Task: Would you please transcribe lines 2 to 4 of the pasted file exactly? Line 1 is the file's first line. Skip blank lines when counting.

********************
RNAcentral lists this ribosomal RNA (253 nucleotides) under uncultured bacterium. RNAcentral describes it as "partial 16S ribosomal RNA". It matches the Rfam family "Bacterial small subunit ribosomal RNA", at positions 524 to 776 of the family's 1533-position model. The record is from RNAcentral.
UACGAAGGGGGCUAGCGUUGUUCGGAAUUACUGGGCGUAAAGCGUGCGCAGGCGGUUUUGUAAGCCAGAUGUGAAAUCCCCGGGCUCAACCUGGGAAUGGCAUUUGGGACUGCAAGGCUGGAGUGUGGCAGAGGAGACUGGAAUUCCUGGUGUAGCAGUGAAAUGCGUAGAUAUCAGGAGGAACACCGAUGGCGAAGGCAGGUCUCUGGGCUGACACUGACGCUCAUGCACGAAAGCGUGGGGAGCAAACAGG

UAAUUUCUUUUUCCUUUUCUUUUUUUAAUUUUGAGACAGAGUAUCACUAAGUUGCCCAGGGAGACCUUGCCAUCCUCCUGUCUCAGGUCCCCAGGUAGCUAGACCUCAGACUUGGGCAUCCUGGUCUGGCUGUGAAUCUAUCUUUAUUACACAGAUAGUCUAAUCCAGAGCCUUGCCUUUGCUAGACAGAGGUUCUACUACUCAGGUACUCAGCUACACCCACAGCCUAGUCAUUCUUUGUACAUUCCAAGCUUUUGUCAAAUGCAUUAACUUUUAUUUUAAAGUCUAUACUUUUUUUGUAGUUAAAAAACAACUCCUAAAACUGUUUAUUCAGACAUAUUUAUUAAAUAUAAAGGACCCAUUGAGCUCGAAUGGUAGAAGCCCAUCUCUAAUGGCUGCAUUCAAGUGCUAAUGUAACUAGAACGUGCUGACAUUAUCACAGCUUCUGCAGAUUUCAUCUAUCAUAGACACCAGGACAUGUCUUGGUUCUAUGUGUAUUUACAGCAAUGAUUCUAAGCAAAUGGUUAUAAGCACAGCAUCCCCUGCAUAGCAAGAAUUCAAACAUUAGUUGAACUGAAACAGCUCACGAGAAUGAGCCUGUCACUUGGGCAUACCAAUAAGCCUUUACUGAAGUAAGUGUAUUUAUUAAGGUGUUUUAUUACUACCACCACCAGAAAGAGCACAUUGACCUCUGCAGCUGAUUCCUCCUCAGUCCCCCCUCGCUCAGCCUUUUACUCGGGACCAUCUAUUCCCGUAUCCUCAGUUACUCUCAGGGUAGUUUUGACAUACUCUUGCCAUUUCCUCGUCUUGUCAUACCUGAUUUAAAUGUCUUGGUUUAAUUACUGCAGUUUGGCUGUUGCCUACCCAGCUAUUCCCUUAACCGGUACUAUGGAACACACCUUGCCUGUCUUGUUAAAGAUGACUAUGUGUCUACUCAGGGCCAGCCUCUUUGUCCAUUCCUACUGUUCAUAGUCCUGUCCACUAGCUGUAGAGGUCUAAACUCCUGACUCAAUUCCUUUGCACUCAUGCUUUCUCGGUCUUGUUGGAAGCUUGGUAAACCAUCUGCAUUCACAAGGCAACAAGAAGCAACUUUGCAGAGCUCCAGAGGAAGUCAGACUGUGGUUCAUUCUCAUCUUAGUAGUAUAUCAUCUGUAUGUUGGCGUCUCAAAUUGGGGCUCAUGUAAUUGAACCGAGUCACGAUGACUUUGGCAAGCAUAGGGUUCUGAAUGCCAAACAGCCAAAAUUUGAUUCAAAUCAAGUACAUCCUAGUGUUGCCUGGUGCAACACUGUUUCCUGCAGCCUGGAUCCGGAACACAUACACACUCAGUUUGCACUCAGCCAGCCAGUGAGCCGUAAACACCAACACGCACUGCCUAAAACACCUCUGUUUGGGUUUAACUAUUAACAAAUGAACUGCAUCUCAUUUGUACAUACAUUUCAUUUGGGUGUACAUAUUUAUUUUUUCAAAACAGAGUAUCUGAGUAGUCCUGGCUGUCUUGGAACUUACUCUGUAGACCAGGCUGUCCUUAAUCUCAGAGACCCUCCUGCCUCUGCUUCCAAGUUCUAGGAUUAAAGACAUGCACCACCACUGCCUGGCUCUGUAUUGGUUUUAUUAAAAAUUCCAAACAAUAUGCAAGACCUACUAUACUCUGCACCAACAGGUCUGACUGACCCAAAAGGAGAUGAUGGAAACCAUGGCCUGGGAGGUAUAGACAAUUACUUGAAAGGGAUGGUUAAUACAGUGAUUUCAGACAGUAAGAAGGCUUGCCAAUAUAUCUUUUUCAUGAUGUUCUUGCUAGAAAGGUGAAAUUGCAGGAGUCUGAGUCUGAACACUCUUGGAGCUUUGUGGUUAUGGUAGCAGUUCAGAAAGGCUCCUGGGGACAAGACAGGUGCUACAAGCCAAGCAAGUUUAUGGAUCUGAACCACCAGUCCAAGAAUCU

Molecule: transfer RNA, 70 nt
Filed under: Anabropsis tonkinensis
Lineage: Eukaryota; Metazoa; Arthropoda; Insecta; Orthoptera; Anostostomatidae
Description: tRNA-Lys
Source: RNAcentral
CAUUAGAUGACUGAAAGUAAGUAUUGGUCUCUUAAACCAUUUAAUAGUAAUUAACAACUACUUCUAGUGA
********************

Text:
UACGAAGGGGGCUAGCGUUGUUCGGAAUUACUGGGCGUAAAGCGUGCGCAGGCGGUUUUGUAAGCCAGAUGUGAAAUCCCCGGGCUCAACCUGGGAAUGGCAUUUGGGACUGCAAGGCUGGAGUGUGGCAGAGGAGACUGGAAUUCCUGGUGUAGCAGUGAAAUGCGUAGAUAUCAGGAGGAACACCGAUGGCGAAGGCAGGUCUCUGGGCUGACACUGACGCUCAUGCACGAAAGCGUGGGGAGCAAACAGG

UAAUUUCUUUUUCCUUUUCUUUUUUUAAUUUUGAGACAGAGUAUCACUAAGUUGCCCAGGGAGACCUUGCCAUCCUCCUGUCUCAGGUCCCCAGGUAGCUAGACCUCAGACUUGGGCAUCCUGGUCUGGCUGUGAAUCUAUCUUUAUUACACAGAUAGUCUAAUCCAGAGCCUUGCCUUUGCUAGACAGAGGUUCUACUACUCAGGUACUCAGCUACACCCACAGCCUAGUCAUUCUUUGUACAUUCCAAGCUUUUGUCAAAUGCAUUAACUUUUAUUUUAAAGUCUAUACUUUUUUUGUAGUUAAAAAACAACUCCUAAAACUGUUUAUUCAGACAUAUUUAUUAAAUAUAAAGGACCCAUUGAGCUCGAAUGGUAGAAGCCCAUCUCUAAUGGCUGCAUUCAAGUGCUAAUGUAACUAGAACGUGCUGACAUUAUCACAGCUUCUGCAGAUUUCAUCUAUCAUAGACACCAGGACAUGUCUUGGUUCUAUGUGUAUUUACAGCAAUGAUUCUAAGCAAAUGGUUAUAAGCACAGCAUCCCCUGCAUAGCAAGAAUUCAAACAUUAGUUGAACUGAAACAGCUCACGAGAAUGAGCCUGUCACUUGGGCAUACCAAUAAGCCUUUACUGAAGUAAGUGUAUUUAUUAAGGUGUUUUAUUACUACCACCACCAGAAAGAGCACAUUGACCUCUGCAGCUGAUUCCUCCUCAGUCCCCCCUCGCUCAGCCUUUUACUCGGGACCAUCUAUUCCCGUAUCCUCAGUUACUCUCAGGGUAGUUUUGACAUACUCUUGCCAUUUCCUCGUCUUGUCAUACCUGAUUUAAAUGUCUUGGUUUAAUUACUGCAGUUUGGCUGUUGCCUACCCAGCUAUUCCCUUAACCGGUACUAUGGAACACACCUUGCCUGUCUUGUUAAAGAUGACUAUGUGUCUACUCAGGGCCAGCCUCUUUGUCCAUUCCUACUGUUCAUAGUCCUGUCCACUAGCUGUAGAGGUCUAAACUCCUGACUCAAUUCCUUUGCACUCAUGCUUUCUCGGUCUUGUUGGAAGCUUGGUAAACCAUCUGCAUUCACAAGGCAACAAGAAGCAACUUUGCAGAGCUCCAGAGGAAGUCAGACUGUGGUUCAUUCUCAUCUUAGUAGUAUAUCAUCUGUAUGUUGGCGUCUCAAAUUGGGGCUCAUGUAAUUGAACCGAGUCACGAUGACUUUGGCAAGCAUAGGGUUCUGAAUGCCAAACAGCCAAAAUUUGAUUCAAAUCAAGUACAUCCUAGUGUUGCCUGGUGCAACACUGUUUCCUGCAGCCUGGAUCCGGAACACAUACACACUCAGUUUGCACUCAGCCAGCCAGUGAGCCGUAAACACCAACACGCACUGCCUAAAACACCUCUGUUUGGGUUUAACUAUUAACAAAUGAACUGCAUCUCAUUUGUACAUACAUUUCAUUUGGGUGUACAUAUUUAUUUUUUCAAAACAGAGUAUCUGAGUAGUCCUGGCUGUCUUGGAACUUACUCUGUAGACCAGGCUGUCCUUAAUCUCAGAGACCCUCCUGCCUCUGCUUCCAAGUUCUAGGAUUAAAGACAUGCACCACCACUGCCUGGCUCUGUAUUGGUUUUAUUAAAAAUUCCAAACAAUAUGCAAGACCUACUAUACUCUGCACCAACAGGUCUGACUGACCCAAAAGGAGAUGAUGGAAACCAUGGCCUGGGAGGUAUAGACAAUUACUUGAAAGGGAUGGUUAAUACAGUGAUUUCAGACAGUAAGAAGGCUUGCCAAUAUAUCUUUUUCAUGAUGUUCUUGCUAGAAAGGUGAAAUUGCAGGAGUCUGAGUCUGAACACUCUUGGAGCUUUGUGGUUAUGGUAGCAGUUCAGAAAGGCUCCUGGGGACAAGACAGGUGCUACAAGCCAAGCAAGUUUAUGGAUCUGAACCACCAGUCCAAGAAUCU

Molecule: transfer RNA, 70 nt